Corporate Banner
Satellite Banner
Cell Culture
Scientific Community
 
Become a Member | Sign in
Home>News>This Article
  News
Return

Evolutionary Molecule Identified by Researchers at University of Dundee

Published: Tuesday, August 07, 2012
Last Updated: Tuesday, August 07, 2012
Bookmark and Share
Scientists identified a molecule that could play a key role in how cells develop into the building blocks of life.

Developmental biologists try to understand how cells that are at first identical differentiate into the specialised cell types that make up tissues and organs.
 
Now researchers in the College of Life Sciences at Dundee, led by Professor Pauline Schaap, have identified a molecule called cyclic-di-GMP as being the `signal’ which can induce differentiation into stalk cells.
 
The Schaap laboratory studies a simple multicellular organism, Dictyostelium, in which motile cells (those which can move spontaneously) differentiate into two immobile cell types: stalk cells and spores.
 
In earlier research they showed that cyclic AMP induces the differentiation of spores. Now they have identified another molecule, cyclic-di-GMP, as the signal that induces the differentiation of stalk cells.
 
The new research is published in the journal Nature.
 
“Our work presents the opportunity to fully understand how cells learned to become different from each other in early multicellular organisms,” said Professor Schaap.
 
“These findings are also remarkable because cyclic-di-GMP was previously only found in bacteria, where it causes bacteria to lose motility and transform into large sticky colonies, known as biofilms. The fact that an organism like Dictyostelium, which is very far removed from bacteria, uses the same mechanism is very interesting and suggests that the processes which cause cell differentiation in eukaryotes, like ourselves, may have very deep evolutionary origins.”
 
The work has been funded by the Wellcome Trust and BBSRC, the Biotechnology and Biological Sciences Research Council.


Further Information

Join For Free

Access to this exclusive content is for Technology Networks Premium members only.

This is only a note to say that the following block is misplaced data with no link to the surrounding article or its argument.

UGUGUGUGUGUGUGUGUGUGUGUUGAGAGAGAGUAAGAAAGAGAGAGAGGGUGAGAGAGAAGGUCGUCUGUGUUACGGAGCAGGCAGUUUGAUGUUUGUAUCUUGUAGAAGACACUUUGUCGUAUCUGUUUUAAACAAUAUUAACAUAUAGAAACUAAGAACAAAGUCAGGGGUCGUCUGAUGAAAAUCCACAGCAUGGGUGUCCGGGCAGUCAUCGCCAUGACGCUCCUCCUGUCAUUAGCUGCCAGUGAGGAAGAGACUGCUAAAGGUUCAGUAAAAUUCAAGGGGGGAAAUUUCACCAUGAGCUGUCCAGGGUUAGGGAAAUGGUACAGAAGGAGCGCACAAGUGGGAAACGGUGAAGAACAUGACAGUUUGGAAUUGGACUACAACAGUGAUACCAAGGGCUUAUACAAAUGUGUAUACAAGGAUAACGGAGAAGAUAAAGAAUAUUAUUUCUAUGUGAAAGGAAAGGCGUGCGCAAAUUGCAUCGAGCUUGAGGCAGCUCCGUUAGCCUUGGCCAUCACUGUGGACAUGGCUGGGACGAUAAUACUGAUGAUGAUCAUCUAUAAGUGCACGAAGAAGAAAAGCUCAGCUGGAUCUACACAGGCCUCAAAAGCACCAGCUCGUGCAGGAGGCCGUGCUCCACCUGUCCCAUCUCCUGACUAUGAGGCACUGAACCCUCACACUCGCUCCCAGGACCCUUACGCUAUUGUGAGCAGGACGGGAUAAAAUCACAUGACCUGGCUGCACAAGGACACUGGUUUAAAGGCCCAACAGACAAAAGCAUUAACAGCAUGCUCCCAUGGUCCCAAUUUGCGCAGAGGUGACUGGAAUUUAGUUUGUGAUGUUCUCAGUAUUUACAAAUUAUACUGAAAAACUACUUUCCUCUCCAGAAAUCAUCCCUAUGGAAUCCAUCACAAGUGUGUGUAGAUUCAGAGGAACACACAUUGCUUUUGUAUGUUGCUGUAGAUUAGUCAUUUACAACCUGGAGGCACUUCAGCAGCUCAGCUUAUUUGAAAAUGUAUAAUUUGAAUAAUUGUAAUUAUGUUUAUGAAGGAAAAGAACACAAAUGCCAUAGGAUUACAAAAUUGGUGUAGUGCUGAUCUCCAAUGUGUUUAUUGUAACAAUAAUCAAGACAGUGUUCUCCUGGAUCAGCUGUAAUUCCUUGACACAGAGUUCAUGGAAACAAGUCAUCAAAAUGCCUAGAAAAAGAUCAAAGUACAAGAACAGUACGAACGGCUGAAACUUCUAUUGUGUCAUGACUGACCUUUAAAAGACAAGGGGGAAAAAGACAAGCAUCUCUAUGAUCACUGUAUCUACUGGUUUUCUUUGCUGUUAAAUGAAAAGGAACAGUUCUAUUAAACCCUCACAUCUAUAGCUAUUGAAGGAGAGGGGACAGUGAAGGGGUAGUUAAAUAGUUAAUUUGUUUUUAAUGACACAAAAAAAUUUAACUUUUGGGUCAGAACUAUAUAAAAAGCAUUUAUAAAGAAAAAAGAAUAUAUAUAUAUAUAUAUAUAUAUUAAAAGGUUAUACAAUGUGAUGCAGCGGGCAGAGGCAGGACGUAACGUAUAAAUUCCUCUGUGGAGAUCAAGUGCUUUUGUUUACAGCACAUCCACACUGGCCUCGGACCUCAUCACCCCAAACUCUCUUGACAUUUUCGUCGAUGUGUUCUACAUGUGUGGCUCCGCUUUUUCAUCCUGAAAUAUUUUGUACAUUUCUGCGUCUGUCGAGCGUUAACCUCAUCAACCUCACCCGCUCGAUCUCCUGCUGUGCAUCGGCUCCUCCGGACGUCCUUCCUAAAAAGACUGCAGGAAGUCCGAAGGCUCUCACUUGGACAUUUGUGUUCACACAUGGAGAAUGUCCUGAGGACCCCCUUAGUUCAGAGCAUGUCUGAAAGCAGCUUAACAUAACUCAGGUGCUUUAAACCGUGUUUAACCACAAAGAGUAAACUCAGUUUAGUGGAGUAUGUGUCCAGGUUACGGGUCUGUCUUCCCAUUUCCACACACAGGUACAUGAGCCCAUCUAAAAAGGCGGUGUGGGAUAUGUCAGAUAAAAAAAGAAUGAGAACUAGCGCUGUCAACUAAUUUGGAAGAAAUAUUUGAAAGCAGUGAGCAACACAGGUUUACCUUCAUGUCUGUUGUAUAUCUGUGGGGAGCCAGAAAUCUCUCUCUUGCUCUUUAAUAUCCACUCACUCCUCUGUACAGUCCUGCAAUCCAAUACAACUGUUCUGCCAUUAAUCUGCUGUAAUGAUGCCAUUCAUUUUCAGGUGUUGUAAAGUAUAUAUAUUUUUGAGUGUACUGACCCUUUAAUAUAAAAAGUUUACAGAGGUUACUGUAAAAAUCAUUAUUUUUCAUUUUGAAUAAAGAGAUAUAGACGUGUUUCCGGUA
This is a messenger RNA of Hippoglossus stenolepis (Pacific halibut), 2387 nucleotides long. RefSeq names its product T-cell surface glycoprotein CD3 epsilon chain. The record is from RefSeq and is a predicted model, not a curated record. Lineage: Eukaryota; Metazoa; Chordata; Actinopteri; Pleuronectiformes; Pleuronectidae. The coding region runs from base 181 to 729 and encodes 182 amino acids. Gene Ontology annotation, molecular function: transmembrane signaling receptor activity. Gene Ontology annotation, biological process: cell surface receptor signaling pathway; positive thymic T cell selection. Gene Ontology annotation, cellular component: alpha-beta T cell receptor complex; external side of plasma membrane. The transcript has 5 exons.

Join Technology Networks Premium for free access to:

  • Exclusive articles
  • Presentations from international conferences
  • Over 3,200+ scientific posters on ePosters
  • More than 4,800+ scientific videos on LabTube
  • 35 community eNewsletters


Sign In



Forgotten your details? Click Here
If you are not a member you can join here

*Please note: By logging into TechnologyNetworks.com you agree to accept the use of cookies. To find out more about the cookies we use and how to delete them, see our privacy policy.


Scientific News
A Novel Cell Culture Model For Forensic Biology Experiments
Researchers have developed a new cell culture model which provides an efficient research tool in forensic biology.
Mapping Zika’s Routes to Developing Fetus
UC researchers show how Zika virus travels from a pregnant woman to her fetus, and also identified a drug that could stop it.
3D Printing Cartilage
3D bioprinting has successfully manufactured cartilage using bioink sourced from cow cartilage strands.
New Device can Study Electric Field Cancer Therapy
Microfluidic device allows study of electric field cancer therapy through low-intensity fields, preventing malignant cells spreading.
Scientists Culture Elusive Yellowstone Microbe
ORNL scientists have successfully isolated and cultured a Yellowstone sourced acidic hot-spring based microbe.
A 3D Paper-Based Microbial Fuel Cell
Researchers have developed a proof-of-concept 3D paper-based microbial fuel cell (MFC) that could take advantage of capillary action to guide the liquids through the MFC system and to eliminate the need for external power.
Just Gellin’: How To Grow Strong Muscles-On-A-Chip
USC researchers hope to usher in new treatments for patients with muscular dystrophy.
Lasers Carve the Path to Tissue Engineering
A new technique, developed at EPFL, combines microfluidics and lasers to guide cells in 3D space, overcoming major limitations to tissue engineering.
How Cancer Spreads in the Body
Cancer cells appear to depend on an unusual survival mechanism to spread around the body, according to an early study led by Queen Mary University of London.
Tumor Cells Develop Predictable Characteristics
Scientists have discovered that cancer cells at the edge of a tumor that are close to the surrounding environment are predictably different from the cells within the interior of the tumor.
Skyscraper Banner

SELECTBIO Market Reports
Go to LabTube
Go to eposters
 
Access to the latest scientific news
Exclusive articles
Upload and share your posters on ePosters
Latest presentations and webinars
View a library of 1,800+ scientific and medical posters
3,200+ scientific and medical posters
A library of 2,500+ scientific videos on LabTube
4,800+ scientific videos
Close
Premium CrownJOIN TECHNOLOGY NETWORKS PREMIUM FOR FREE!